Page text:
Monthly Archives: November 2012

Mary Emily Osborne 'Nameless and Friendless. "The rich man's wealth is his strong city, etc." - Proverbs, x, 15', 1857<br />Oil on Canvas, 825 x 1038 mm<br />Tate Collection, London

Mary Emily Osborne ‘Nameless and Friendless. “The rich man’s wealth is his strong city, etc.” – Proverbs, x, 15’, 1857
Oil on Canvas, 825 x 1038 mm
Tate Collection, London

The recent completion of a Master’s degree in History of Art has led to a journey filled with excitement, frustration, confusion, and absolute determination. This is not just for myself, but also for others. Despite its comprehensive teaching programme and unique collaborative modules with leading art institutions, nothing of the MA course at the University of Bristol could have prepared its students for the seemingly impossible job-hunt ahead of them.

My name is Sian. Inside my head I’m an academic. In the real world I am unemployed.

Having to defer the start of my PhD by a year due to financial difficulties, I’m using this ‘year out’ as an opportunity to conduct some self-study; I have my own academic projects on the go which should hopefully provide me with a bit of leverage when the time to grovel to the AHRC comes about once again.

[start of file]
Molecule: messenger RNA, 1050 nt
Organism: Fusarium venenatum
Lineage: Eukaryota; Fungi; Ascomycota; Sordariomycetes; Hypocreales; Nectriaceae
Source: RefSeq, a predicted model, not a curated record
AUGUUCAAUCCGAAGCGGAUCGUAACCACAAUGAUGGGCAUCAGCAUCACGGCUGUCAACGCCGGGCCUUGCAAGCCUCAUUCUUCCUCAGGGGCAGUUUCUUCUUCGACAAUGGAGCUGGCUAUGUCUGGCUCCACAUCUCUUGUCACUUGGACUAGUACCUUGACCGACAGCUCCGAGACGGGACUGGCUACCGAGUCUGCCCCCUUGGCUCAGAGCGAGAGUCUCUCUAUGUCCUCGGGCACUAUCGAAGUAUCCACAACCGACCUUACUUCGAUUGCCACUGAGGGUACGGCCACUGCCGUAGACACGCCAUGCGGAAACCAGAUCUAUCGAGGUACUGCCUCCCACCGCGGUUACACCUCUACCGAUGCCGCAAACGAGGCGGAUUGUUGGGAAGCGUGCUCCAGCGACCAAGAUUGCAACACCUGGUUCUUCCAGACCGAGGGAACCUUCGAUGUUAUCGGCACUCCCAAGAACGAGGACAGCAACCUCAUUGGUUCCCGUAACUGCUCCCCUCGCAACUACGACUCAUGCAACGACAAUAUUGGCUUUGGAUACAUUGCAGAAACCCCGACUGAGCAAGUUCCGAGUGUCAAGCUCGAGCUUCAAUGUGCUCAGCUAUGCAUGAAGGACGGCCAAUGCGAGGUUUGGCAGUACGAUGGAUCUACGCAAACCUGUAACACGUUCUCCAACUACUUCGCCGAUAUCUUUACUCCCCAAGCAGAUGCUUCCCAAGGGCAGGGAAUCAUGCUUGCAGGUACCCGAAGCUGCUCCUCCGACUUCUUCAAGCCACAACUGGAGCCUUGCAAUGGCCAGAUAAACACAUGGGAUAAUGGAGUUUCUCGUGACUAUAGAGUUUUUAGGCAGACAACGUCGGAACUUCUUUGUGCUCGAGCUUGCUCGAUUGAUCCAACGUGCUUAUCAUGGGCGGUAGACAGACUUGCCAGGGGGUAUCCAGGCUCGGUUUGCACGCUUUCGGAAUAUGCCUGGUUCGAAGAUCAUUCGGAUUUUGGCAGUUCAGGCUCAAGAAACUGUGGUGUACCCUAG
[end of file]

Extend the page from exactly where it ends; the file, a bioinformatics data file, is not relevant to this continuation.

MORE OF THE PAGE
As well as learning how to network and create an online professional presence, I’m writing an article intended for publication, and constantly renovating my thesis proposal. On top of this I read. A LOT.

I plan to use this space to record my journey from the safety-net of the university lecture hall, through the frustrations of endless job applications (and rejections) to, hopefully, the first step in my academic career.

While we can all vouch for the fact that the job market is particularly tough at the moment, and solely having a degree just doesn’t cut it anymore for employers, I think it would be fair to say that the venture into the professional world is especially trying for students of humanities subjects like History of Art. One of my friends and co-MA survivors recently received a pitying look from a post room worker when she mentioned her two degrees in this subject. This is unacceptable. Some may not view the arts as directly aiding society, but they readily overlook its positive impact on the economy (to name just one thing).

I know there are many humanities graduates and postgraduates in the same position as my friend and I. I hope this record of my efforts (and the lessons I learn along the way) may be of some use to you, whether you follow my example or learn from my mistakes.

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